This is one of my favourite expressions at each year's Academy Awards. We all like to give and receive thanks. This post is the story of how I convinced a client to not invest in a tax-driven commercialisation venture and how in appreciation he introduced me to the glory of Penfolds Bin 389 Cabernet Shiraz.
From a historical perspective, users of IT first paid largely for hardware, then software, and today services. Today hardware is inexpensive relative to its historical cost. Today the real cost of software continues to be well beyond what you pay up front for the licence. Hence the focus is more and more on services applied to the hardware and software. In this opportunity open source software is growing at an exponential rate.
Stories about business failure can be more insightful and useful than success stories. I also often find it more rewarding to read about little guys making it big than reading the annual BRW Rich 200 or Forbes list of 400 Richest Americans. The reading can indicate ideas, trends and patterns useful for projects for clients, collaborators or my own firm.
Recently a lawyer insisted that a contractual disclaimer he put into a contract should remain despite my strong protest. He said my client should simply deal with the issue by conducting "due diligence".
I replied the disclaimer was unreasonably wide removing any scope for complaints. I added that my client would do "due diligence" if the lawyer could provide me with a "due diligence" checklist at the level of a managerial risk management checklist (supported as they often are by recognised standards). The phone went silent. I never received any "due diligence" checklist.
Technology forecasting is fundamental to what must be done in technology commercialisation. Legal opinion (AKA legal forecasting) should get with the program. Understanding the broader imperatives for a technology to work is vital. Otherwise a risk is that legal opinion will make or contribute to make something that is unworkable.
About 10 years ago I was inspired to prepare an adaptation of a graphic. The inspiration came from a publication issued by the Institute of Intellecual Property in Japan. The publication was titled "Exposure '94: A Proposal of the New Rule on Intellectual Property for Multimedia".
It's very frustrating to hear of a good idea killed at birth by a lawyer who warns of "legal risks" but leaves the idea's champion unconvinced that the legal issues are critical or unmanageable. How can the manager fight back? Instead of freezing when hearing the phrase "legal risks", how can a manager who does not have a law degree test the "legal risks"?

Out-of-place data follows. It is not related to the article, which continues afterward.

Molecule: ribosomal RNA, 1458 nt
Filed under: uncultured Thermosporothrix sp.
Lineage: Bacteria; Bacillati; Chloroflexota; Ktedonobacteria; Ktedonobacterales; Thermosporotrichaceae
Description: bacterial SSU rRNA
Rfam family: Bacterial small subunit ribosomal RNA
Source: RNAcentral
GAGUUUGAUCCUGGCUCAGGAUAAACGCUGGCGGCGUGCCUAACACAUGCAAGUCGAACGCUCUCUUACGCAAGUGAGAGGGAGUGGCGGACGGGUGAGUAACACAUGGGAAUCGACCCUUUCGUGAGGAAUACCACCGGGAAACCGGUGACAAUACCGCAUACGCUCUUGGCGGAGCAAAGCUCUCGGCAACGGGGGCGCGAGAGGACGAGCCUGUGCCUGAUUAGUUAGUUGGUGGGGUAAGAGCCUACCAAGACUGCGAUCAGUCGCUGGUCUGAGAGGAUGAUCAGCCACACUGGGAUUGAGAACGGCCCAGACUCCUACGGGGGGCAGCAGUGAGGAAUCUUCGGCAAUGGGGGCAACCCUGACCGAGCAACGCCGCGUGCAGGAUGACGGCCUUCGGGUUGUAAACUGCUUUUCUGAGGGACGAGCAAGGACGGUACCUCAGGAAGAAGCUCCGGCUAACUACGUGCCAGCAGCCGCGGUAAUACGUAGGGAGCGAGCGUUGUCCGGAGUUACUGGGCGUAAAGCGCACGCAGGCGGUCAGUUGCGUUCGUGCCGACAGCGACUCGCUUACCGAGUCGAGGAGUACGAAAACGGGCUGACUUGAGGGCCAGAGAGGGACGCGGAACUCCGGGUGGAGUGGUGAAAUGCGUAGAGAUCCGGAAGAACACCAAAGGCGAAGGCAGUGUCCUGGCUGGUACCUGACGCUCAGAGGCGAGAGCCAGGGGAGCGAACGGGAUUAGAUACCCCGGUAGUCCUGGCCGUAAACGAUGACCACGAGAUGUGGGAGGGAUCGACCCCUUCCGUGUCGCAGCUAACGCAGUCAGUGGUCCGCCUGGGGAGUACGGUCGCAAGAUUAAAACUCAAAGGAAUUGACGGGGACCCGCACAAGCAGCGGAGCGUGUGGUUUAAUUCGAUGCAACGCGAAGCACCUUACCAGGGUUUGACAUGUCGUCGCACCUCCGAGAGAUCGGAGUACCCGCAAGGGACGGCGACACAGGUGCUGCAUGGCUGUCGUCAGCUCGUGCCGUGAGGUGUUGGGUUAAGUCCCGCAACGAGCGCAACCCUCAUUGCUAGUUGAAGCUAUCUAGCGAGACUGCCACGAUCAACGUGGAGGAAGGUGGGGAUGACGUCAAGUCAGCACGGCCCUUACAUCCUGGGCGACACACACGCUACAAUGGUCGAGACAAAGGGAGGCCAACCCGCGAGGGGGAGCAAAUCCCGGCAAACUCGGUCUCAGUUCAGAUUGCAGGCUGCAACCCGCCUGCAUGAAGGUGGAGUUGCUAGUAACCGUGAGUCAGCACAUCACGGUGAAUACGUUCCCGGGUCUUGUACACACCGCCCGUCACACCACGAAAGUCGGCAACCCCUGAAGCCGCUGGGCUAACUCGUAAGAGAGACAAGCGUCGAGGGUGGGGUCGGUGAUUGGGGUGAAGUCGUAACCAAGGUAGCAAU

To answer this question imagine a context. Imagine you have a new IT idea for your company and as the project manager you are suddenly blocked by advice by the company's lawyer that legal risks would arise at the commercialisation stage. You are unconvinced, you want clarity about the legal risks.
It is well known that New Zealanders were the first to commercialise the kiwifruit globally. Less well known is the role of intellectual property in this New Zealand success story. Get ready for a tasty illustration of - intellectual property, food research, commercialisation and ISO 9001 compliance - working in unity to maintain New Zealand's leadership in the global $US2.5 billion kiwifruit market.
Read this post and you will learn to say "intellectual property" in three languages and you will look forward to the day when one language might suffice. This post comments on terms relevant to commercialisation. An earlier one was Defining Commercialisation.
The first language comes from management consultants (others commonly using this language are in IT and venture capital). They often say "intellectual capital" when referring to what lawyers prefer to call "intellectual property".
The concept of intellectual capital, and increasing discussion of that concept in management literature (especially since the late 1980s), has given prominence to the role of processes and competencies in creating environments for creativity, invention, innovation, entrepreneurship, commercialisation and good management generally.
The $US900 million ($A1.18 billion) deal for MySpace, announced on 7 August 2006, between News Corp and Google is a milestone in the history of the commercialisation and monetising of social networking websites.